Tuesday, November 11, 2014

The Soldier Saint

It’s interesting that the soldier/saint honored today in the traditional denominations, St. Martin of Tours, was what we moderns would call a “conscientious objector”. Martin was born sometime between 315 and 330, in what later became Hungary, but moved with his family to Italy. His father being a veteran of the Roman Legions, Martin wasn’t given a choice in entering the Roman army also...at age 15, serving in Gaul! He became a candidate for baptism [catechumen] when he was 18 and during that time had a profound religious experience. While on duty he came upon a beggar, naked and freezing, at the gates of Amiens. Having nothing but his armor and a cloak, Martin took his sword, and divided the cloak in half so that both the beggar and he were at least semi-clad. Later, in a dream, he visualized Jesus, with Martin’s cloak draped on his back, commenting to a “troop” of angels that it was Martin who’d clothed him. 

 About two years later, when he was 20, Martin’s unit was called up to battle a barbarian army who’d invaded Gaul. As an incentive, each soldier was offered a cash supplement before going into battle. Martin declined the offer, stating that he no longer found himself able to kill people, and requesting that he be allowed to serve only as a soldier of Christ. Predictably, he was called a coward, upon which he offered to go, unarmed and unprotected, to the front lines the next day and face the enemy with only the sign of Christ’s Cross. Despite his forthrightness, Martin was immediately imprisoned. Interestingly, during the night an armistice between the armies was somehow unexpectedly worked out, and Martin was “off the hook” and finally discharged from the army.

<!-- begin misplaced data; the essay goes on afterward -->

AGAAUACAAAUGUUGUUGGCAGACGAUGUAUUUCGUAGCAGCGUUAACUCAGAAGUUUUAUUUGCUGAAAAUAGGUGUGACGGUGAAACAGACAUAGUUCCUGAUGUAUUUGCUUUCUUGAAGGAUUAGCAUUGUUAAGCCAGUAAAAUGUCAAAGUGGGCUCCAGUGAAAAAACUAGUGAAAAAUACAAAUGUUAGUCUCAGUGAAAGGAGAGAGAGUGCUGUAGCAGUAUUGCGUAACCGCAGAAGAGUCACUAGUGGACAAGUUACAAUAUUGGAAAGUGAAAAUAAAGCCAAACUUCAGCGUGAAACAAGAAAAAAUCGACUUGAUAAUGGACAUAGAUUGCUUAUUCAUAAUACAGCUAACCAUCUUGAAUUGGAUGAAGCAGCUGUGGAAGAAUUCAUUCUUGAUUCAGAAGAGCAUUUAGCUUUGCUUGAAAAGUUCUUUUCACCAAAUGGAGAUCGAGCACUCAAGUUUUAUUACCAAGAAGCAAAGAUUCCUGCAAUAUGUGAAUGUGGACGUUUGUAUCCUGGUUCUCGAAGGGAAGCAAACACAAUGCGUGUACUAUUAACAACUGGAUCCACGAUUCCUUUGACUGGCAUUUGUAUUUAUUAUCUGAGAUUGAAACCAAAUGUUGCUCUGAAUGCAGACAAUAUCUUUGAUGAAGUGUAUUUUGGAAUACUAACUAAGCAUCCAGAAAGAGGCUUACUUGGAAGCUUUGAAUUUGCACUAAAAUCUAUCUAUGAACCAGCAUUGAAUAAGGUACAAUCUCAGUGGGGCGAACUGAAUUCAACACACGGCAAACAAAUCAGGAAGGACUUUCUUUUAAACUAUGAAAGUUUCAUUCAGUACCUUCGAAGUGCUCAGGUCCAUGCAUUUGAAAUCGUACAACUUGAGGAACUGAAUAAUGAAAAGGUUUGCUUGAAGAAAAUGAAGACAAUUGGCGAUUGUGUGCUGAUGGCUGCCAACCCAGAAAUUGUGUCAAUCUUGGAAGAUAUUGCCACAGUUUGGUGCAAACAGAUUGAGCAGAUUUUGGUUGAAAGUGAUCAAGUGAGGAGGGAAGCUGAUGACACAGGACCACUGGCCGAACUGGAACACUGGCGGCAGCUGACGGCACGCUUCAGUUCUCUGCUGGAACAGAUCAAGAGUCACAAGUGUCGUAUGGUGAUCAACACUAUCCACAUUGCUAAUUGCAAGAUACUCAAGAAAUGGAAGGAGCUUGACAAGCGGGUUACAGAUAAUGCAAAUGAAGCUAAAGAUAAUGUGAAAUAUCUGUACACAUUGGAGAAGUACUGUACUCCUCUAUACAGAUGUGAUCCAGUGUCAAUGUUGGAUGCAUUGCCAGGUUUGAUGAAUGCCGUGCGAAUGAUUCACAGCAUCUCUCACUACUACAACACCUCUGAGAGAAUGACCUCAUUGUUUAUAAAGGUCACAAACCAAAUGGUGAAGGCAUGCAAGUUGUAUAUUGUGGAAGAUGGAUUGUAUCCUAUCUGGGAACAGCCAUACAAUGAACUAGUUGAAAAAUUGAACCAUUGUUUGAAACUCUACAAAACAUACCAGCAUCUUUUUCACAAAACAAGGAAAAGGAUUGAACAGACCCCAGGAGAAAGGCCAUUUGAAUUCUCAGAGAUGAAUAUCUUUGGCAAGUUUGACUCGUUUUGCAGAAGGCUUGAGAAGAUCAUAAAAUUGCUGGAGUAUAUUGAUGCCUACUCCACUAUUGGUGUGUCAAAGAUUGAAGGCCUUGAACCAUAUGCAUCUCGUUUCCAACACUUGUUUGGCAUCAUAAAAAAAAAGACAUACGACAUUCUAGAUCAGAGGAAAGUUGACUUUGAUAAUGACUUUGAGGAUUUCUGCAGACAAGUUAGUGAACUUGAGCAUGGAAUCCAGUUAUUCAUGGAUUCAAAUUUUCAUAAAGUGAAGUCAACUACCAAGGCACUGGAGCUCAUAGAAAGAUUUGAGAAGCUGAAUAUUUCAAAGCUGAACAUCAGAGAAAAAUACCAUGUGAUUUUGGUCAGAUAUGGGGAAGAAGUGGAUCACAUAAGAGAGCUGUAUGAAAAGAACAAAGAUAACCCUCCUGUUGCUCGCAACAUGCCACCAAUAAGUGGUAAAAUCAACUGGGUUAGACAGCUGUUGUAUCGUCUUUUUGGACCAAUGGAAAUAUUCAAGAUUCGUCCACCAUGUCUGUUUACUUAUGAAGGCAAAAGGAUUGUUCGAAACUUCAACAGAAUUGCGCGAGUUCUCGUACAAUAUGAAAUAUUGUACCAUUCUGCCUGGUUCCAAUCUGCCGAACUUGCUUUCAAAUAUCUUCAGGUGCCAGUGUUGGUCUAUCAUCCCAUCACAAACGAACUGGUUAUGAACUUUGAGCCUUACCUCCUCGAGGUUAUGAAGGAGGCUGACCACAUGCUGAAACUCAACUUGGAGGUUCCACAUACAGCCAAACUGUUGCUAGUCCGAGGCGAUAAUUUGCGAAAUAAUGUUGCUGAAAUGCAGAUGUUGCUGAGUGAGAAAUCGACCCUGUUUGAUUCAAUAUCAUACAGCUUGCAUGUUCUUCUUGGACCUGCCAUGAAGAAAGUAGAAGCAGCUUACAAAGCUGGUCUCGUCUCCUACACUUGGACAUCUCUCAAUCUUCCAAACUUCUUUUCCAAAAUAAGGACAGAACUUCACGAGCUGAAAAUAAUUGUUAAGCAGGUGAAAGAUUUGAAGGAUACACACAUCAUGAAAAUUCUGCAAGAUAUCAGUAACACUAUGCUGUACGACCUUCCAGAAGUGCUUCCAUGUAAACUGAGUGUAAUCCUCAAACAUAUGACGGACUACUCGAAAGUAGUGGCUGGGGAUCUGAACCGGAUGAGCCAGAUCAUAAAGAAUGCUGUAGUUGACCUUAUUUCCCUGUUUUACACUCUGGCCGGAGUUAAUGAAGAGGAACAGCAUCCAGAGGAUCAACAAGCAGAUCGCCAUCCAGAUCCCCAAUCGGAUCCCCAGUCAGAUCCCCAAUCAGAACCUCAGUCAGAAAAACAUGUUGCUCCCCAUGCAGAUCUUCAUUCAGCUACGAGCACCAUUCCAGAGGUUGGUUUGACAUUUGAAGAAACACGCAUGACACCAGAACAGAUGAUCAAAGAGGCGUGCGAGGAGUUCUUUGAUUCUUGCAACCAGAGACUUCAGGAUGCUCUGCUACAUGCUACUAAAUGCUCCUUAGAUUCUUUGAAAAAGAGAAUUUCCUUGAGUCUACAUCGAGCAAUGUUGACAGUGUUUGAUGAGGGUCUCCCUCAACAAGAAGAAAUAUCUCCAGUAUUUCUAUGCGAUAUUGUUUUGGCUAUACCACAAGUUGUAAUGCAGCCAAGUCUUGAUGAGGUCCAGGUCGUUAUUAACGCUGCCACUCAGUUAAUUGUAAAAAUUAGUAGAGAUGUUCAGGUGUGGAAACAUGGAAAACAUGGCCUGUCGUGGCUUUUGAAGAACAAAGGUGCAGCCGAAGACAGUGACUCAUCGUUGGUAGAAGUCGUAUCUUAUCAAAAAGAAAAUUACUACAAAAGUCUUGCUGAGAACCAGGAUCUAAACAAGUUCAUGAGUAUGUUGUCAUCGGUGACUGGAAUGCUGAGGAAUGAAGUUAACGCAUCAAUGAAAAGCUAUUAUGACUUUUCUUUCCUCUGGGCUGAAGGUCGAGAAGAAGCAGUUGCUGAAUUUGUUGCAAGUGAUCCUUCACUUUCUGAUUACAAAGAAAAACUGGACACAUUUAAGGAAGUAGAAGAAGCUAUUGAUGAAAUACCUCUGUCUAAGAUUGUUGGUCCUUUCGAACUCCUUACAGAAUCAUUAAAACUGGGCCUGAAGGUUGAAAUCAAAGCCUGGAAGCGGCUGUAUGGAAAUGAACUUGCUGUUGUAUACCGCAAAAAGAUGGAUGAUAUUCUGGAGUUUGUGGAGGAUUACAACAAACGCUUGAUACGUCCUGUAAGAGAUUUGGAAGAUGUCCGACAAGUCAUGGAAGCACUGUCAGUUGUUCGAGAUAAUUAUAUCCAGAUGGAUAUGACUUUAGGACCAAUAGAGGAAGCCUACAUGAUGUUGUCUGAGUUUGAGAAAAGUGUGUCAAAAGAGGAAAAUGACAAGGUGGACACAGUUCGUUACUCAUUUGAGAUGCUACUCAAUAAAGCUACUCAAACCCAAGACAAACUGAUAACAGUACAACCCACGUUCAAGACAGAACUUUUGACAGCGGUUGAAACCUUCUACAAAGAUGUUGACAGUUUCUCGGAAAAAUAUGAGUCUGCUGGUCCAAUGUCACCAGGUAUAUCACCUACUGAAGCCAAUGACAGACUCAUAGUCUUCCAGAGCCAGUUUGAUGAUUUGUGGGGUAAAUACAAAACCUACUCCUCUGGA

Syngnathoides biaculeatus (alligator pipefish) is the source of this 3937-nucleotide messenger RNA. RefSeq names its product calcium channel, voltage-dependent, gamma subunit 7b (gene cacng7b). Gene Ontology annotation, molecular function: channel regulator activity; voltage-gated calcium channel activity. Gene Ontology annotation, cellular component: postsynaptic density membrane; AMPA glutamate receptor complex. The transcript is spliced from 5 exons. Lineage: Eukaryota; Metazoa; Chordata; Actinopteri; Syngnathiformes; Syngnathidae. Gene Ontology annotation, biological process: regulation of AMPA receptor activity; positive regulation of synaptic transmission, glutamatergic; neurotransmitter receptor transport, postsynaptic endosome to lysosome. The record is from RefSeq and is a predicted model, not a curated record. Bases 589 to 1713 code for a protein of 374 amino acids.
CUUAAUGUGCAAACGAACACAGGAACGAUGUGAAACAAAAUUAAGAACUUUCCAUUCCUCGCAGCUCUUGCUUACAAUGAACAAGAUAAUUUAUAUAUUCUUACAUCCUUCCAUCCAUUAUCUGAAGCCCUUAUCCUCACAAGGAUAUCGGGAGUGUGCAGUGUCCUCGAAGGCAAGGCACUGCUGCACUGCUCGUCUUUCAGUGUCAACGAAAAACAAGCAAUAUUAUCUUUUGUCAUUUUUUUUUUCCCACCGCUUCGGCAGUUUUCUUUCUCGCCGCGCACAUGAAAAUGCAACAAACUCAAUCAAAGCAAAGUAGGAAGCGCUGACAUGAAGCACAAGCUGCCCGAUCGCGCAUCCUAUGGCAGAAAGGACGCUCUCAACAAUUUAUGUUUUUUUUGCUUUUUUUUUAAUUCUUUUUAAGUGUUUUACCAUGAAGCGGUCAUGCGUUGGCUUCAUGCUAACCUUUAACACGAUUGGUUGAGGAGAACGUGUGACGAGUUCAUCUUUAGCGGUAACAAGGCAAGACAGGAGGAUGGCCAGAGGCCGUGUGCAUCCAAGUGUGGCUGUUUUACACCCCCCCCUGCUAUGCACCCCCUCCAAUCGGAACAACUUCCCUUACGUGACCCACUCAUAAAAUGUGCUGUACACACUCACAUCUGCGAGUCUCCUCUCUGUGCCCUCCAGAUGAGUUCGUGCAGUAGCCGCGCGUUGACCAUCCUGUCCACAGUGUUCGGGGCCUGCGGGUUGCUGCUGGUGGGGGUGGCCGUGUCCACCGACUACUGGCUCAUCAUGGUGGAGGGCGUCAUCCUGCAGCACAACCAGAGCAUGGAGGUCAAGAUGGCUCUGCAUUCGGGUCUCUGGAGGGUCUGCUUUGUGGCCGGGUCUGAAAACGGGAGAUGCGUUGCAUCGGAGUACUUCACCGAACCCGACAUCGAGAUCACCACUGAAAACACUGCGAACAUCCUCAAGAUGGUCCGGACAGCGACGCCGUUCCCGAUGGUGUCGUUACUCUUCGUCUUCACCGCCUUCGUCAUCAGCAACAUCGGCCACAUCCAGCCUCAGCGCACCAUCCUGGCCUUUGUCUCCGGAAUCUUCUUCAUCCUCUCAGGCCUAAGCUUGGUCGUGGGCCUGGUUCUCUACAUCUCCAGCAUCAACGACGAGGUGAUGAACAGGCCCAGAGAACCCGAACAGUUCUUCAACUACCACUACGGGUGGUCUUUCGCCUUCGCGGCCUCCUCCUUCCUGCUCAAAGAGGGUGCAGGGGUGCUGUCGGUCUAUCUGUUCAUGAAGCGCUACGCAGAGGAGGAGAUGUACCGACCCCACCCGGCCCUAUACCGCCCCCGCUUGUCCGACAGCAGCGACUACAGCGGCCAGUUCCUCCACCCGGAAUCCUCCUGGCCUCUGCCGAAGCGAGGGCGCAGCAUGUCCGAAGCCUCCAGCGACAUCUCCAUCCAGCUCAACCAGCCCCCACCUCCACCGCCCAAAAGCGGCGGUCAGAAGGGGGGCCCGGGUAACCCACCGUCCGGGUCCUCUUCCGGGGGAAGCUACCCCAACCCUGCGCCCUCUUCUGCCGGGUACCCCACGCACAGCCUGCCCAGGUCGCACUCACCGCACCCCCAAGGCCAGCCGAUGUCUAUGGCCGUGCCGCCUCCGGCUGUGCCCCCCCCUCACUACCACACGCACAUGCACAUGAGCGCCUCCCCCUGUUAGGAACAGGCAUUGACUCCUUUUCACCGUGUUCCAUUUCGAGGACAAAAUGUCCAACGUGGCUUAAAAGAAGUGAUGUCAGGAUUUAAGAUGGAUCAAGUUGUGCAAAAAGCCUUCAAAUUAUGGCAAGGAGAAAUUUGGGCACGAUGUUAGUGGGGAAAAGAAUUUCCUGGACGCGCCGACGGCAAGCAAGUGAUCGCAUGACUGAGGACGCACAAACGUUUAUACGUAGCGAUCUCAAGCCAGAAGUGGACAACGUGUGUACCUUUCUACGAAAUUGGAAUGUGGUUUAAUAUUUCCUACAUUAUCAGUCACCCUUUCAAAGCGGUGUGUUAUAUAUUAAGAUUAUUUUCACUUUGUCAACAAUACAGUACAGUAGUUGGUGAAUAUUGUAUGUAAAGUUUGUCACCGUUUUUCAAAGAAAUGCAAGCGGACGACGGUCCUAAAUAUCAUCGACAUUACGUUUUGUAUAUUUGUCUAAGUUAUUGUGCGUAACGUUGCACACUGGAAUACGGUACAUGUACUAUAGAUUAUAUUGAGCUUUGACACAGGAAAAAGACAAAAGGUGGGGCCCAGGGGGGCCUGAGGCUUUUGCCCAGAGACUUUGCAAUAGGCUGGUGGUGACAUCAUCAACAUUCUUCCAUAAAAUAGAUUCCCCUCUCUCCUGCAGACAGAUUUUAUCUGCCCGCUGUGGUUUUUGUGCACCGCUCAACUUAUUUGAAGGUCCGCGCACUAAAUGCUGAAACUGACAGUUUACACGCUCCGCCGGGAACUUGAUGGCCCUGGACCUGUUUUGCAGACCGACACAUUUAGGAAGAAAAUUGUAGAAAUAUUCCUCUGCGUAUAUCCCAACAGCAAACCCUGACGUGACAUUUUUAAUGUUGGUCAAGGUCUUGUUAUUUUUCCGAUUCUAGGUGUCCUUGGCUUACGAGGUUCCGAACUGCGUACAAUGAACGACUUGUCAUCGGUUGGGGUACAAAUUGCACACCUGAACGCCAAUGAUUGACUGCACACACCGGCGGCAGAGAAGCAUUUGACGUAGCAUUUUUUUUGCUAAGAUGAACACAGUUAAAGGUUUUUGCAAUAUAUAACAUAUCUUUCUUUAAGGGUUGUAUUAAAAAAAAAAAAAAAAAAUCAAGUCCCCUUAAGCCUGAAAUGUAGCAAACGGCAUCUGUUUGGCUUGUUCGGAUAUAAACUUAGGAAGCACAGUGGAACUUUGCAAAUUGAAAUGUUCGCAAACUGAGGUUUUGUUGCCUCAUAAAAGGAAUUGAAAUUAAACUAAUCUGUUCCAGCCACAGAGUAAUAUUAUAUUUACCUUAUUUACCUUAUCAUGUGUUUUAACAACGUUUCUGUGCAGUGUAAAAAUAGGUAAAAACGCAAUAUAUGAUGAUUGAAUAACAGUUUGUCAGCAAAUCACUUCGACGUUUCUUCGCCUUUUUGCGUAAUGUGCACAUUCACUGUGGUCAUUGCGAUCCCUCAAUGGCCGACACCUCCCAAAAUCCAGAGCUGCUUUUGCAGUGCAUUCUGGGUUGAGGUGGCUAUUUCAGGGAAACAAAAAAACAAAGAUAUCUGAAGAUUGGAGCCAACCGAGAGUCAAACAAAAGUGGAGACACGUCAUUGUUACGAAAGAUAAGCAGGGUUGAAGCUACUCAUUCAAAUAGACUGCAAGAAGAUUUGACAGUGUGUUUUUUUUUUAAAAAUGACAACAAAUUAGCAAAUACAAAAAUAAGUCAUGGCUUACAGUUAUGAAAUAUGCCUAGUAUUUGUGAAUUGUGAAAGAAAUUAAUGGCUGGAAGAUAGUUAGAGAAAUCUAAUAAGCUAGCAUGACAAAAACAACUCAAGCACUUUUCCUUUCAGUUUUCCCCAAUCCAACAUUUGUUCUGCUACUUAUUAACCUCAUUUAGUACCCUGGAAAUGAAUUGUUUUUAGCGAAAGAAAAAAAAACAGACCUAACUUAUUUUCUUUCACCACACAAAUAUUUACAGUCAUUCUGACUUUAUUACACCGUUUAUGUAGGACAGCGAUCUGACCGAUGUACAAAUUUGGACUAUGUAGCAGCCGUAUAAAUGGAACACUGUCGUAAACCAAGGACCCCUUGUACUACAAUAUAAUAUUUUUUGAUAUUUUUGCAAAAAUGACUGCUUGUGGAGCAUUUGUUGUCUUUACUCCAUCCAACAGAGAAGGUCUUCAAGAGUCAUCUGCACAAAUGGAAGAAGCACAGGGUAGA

He subsequently had a long and interesting life: as a monk, founder of the first monastic community in Western Europe, a deacon, a priest, and eventually, literally forced by the people, the bishop of Tours. 

 And in the “Did you know?” category: 
- our word “chapel” derives from the fact that a small oratory in Tours preserved the alleged “little cloak” [capella] of St. Martin. 
- a German child, born on 11/10/1483 and baptized on the next day, 11/11, was named after St. Martin -- his name was Martin Luther. 

(Information source: Stars In A Dark World, by Fr. John-Julian, OJN)

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